The Interior Ministry will submit a draft law on the use and management of acid to the Council of Ministers for review by the end of the year, an official said yesterday.
The government held its first committee meeting to draft a law, which includes life sentences for the most serious offences, in February and originally announced that a draft of the law would be complete by April.
But that date was pushed back after the large number of provisions that had to be devised became apparent: criminal sentences for perpetrators, health care for victims and rules on the purchase, sale and transport of acid.
The new completion date of the long-awaited law comes after an increase in public awareness of acid crimes, including the case of Chea Ratha, the fugitive former deputy military police chief of staff convicted of orchestrating an acid attack against her ex-lover’s aunt in 2008.
Interior Ministry Secretary of State Teng Savong, who chairs the committee drafting the law on acid, said that officials were currently discussing articles concerning procedures to provide health care to victims as well as deciding on which government institutions would be responsible for regulating the management and use of acid.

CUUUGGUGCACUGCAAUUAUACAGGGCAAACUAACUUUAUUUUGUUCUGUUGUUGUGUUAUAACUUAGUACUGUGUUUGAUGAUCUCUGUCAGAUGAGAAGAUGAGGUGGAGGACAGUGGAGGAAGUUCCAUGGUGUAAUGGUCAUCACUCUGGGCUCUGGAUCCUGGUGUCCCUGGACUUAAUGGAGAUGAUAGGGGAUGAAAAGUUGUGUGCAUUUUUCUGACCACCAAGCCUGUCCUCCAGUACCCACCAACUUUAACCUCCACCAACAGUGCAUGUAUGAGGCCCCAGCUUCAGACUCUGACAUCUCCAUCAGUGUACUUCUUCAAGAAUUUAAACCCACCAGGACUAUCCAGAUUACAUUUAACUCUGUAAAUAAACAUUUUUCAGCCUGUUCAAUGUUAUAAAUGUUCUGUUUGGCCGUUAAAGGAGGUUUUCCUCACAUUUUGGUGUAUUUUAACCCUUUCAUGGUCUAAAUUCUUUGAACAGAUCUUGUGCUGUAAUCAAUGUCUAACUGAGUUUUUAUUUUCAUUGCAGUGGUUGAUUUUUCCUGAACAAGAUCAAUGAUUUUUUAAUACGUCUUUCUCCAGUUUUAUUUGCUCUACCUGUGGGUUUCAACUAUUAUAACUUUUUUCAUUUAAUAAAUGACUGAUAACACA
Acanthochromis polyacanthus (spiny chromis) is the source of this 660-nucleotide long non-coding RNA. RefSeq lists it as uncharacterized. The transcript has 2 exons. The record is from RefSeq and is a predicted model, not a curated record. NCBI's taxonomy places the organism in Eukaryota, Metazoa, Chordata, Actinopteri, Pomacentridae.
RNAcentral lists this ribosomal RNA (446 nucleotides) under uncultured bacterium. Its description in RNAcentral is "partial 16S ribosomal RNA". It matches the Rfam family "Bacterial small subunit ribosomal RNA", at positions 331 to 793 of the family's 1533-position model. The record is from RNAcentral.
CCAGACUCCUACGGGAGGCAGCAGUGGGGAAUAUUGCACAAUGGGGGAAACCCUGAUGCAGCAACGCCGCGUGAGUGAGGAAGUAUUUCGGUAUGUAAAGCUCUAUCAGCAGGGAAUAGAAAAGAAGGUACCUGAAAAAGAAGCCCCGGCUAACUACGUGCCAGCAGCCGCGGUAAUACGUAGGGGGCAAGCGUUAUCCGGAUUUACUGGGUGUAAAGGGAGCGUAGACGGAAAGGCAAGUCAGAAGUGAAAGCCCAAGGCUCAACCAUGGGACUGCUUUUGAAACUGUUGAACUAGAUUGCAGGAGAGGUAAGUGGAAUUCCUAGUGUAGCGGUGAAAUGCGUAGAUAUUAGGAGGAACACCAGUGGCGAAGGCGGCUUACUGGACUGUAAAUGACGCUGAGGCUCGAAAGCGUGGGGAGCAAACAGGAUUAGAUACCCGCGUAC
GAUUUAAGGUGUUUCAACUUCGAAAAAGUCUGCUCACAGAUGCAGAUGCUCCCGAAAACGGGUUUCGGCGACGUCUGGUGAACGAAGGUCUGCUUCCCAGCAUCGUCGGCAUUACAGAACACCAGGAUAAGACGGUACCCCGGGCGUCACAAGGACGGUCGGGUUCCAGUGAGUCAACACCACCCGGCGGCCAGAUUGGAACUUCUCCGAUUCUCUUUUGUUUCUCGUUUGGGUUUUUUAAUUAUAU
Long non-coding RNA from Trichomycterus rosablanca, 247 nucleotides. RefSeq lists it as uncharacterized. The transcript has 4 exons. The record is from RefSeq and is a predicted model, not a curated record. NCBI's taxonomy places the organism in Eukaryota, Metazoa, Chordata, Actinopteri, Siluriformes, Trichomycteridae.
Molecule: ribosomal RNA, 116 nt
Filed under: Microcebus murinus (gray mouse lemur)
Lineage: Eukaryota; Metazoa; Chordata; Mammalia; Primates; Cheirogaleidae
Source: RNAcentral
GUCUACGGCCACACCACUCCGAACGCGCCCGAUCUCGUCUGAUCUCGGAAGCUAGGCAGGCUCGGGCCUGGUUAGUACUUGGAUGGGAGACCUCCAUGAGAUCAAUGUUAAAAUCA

“We are still discussing on some points concerning the control of acid and the role of rescue services,” Mr Savong said. He also acknowledged that many perpetrators of acid attacks were still at large due to the limited ability of the police to catch attackers.
“It is the authority’s responsibility to catch the criminal,” he said. “The public still has doubts with the authorities.”
In April, acid law committee deputy chairman Ouk Kimlek said that under the draft law perpetrators of acid attacks would receive life sentences. And in February, committee members decided that importers and sellers of acid must be licensed and over 20 years old.
Under current law, acid violence is not explicitly listed as a criminal offense, and it is prosecuted as an ordinary assault or attempted murder.
According to the Phnom Penh-based Cambodian Acid Survivors Charity, there have been a total of 18 recorded attacks, four accidents and one suicide attempt with acid in Cambodia between January and October, inflicting burns on 39 people. Twenty of the casualties were male and 19 were female. The victims came from Phnom Penh as well as Kompong Cham, Battambang, Kompong Thom and Kandal provinces.